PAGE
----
Traditional papers were made from the daphne plant, using simple methods. Like rice papers, these papers are said to last longer.
Sangaygang View Point (Telecom Tower)
There's a wonderful view of Thimphu valley from the hillside below the telecommunications tower (elevation 2685m), high above the town at the end of a road that branches off from the approach to the youth centre. The complex also houses the broadcasting studios of Bhutan television. Don't photograph the telecommunications installation, but the valley is worth a few snaps. The area is known as Sangaygang and it becomes a lover's lane late at night.
Overnight at Hotel, Thimphu
Day 2, Thimphu – Cheri Hike (B/L/D)
After breakfast, we will drive towards northern end of the valley for about 20 minutes to get started for an exciting walk to CHERI GOMPA (monastery).
This is a pleasant rural walk, gently up a valley through paddy fields and woodland via a Tibetan village. The walk commences at the junction just before the village of Dechencholing . Walk through the village along the track to Pangri Zampa gompa, by the river. The route passes Tibetan village, through paddy fields, past chortens and the village of Choku to Begana (also known as Dodena). From Dodena, after crossing the cantilevered bridge, it is another 30-45 minutes steep climb up hill. Cheri Dorji Dhen was first built in 1620 by Shabdrung, the first ruler of Bhutan, who also established the first order of monks here. It is usually possible to enter Cheri courtyard, but may not be allowed to visit the shrines inside. Descend to the bottom of the hill, where your transport arrives to take you back to Thimphu.
In the late afternoon/evening drive to the site of Colorful Weekend Market where people from all walks of life come to sell and buy their stuffs. It’s place to get an experience with Bhutanese lifestyle, tradition and culture. (Note: Saturdays and Sundays are the days of weekend Market but most people rush on Friday to buy fresh vegetable/fruits and other goods which arrives earlier in the day from near by districts and places.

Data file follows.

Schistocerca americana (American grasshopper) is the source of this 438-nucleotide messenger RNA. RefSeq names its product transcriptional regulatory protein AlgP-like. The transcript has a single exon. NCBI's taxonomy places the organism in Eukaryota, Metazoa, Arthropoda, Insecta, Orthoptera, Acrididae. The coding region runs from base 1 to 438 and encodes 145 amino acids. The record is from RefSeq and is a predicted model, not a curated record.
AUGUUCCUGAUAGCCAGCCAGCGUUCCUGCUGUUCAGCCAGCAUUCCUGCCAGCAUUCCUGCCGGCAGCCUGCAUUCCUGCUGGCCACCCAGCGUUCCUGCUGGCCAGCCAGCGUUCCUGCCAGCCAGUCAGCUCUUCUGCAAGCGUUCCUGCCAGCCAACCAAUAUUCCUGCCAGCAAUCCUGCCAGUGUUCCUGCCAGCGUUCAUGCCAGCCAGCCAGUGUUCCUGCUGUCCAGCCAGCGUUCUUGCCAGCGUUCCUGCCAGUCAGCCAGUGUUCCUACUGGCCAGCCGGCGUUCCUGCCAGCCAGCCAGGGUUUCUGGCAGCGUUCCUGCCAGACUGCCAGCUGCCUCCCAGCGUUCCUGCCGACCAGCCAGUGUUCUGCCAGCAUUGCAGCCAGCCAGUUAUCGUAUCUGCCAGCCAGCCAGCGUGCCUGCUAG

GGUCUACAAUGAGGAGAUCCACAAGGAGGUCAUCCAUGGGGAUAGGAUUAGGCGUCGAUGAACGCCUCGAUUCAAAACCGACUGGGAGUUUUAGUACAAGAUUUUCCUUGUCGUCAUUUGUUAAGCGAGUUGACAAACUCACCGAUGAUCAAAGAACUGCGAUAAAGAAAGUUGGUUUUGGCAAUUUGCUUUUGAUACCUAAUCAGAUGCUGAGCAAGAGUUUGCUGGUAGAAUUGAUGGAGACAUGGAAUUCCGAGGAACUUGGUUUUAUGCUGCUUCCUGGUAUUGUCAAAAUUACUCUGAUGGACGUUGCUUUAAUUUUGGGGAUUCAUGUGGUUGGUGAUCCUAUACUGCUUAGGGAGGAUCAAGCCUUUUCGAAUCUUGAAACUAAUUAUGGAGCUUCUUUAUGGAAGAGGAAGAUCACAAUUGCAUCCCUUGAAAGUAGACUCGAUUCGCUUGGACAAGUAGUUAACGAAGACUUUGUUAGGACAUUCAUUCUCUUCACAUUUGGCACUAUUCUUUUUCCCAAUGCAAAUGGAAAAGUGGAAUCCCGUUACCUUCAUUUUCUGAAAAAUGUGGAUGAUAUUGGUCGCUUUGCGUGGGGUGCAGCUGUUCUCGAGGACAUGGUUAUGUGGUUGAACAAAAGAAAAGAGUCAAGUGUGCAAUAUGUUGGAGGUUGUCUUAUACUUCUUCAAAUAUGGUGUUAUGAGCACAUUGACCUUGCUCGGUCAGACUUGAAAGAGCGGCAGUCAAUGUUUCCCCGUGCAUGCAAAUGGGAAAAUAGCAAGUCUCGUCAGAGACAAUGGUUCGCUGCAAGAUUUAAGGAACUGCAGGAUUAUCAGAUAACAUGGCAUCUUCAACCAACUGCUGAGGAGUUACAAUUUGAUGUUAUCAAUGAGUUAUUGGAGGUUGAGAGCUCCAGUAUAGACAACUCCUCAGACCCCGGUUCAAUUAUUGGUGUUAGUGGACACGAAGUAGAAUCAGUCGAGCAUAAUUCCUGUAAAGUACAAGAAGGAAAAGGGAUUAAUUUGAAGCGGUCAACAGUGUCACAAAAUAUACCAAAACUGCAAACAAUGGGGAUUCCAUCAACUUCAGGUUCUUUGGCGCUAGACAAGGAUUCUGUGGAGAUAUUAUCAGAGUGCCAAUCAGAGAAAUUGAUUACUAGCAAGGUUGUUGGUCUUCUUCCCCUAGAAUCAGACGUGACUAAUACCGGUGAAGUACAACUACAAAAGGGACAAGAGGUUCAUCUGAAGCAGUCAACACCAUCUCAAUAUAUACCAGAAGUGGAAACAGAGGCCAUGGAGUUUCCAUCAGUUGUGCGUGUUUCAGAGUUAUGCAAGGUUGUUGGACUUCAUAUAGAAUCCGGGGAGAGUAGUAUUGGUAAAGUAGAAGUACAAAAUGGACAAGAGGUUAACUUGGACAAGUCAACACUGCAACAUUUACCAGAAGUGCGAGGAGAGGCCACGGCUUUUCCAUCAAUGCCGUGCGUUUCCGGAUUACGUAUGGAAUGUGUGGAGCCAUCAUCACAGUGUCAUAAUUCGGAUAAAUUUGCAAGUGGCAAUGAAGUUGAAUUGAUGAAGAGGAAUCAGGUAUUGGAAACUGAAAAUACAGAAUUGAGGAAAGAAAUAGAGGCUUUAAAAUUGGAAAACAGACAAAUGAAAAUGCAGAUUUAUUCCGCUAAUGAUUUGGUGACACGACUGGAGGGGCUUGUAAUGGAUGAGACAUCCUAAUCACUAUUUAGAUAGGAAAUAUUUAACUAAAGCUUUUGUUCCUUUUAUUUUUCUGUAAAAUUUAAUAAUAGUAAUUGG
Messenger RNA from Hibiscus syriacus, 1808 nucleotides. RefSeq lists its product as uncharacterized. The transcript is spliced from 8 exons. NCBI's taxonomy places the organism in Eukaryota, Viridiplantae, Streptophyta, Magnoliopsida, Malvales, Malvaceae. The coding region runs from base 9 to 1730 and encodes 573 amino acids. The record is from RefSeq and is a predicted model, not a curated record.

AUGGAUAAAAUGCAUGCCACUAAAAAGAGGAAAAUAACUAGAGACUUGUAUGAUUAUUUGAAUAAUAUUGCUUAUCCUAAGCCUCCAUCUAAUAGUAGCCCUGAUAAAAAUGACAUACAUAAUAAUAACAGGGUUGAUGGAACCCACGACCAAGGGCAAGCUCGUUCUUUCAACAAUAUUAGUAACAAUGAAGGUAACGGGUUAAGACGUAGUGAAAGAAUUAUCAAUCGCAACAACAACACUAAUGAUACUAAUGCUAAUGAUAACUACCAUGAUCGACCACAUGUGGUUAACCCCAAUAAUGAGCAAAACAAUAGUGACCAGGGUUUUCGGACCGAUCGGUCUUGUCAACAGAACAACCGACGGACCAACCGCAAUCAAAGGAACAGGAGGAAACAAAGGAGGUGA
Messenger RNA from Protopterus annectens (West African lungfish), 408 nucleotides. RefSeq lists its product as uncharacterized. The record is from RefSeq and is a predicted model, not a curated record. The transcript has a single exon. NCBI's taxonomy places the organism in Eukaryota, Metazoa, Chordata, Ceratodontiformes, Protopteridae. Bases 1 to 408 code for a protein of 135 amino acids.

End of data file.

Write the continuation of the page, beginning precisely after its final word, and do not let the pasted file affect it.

Overnight at hotel.
Day 3, Thimphu - Punakha (3 hours)
In the morning you drive to Punakha, an old winter capital of Bhutan. En-route stop at Dochu LaPass, 10,000ft/3,048m to view the eastern Himalayas, including Bhutan's highest mountain, Gangkar Punsum, 24,770ft/7,550m. The road then drops down through varied –ever changing forest, finally emerging into the highly cultivated Punakha valley.
Afternoon visit one of the most impressive Punakha Dzong and later hike to the Chimi lhakhang – the temple of Divine Madman.
Punakha: (sometimes Wangdue) are two separate districts, but they are located in one valley (20km - Â½ hr drive apart). The accommodations may be in either one of these two towns but sightseeing generally include visit to both places. Punakha and Wangdue are located at a lower elevation (approx. 1,250m above sea level) and they have pleasant winters. Cactuses, Oranges, bananas and sub-tropical plants are found here. Farmers are able to grow more than one crop in a year. Punakha was once the winter capital of Bhutan, the tradition that is still held by the Central Monks and Jekhenpo, who reside here in Punakha Dzong during the winters and return to Thimphu, which is their summer capital. In Wangdue, there is a small town on the ridge and large Wangdue Phodrang Dzong.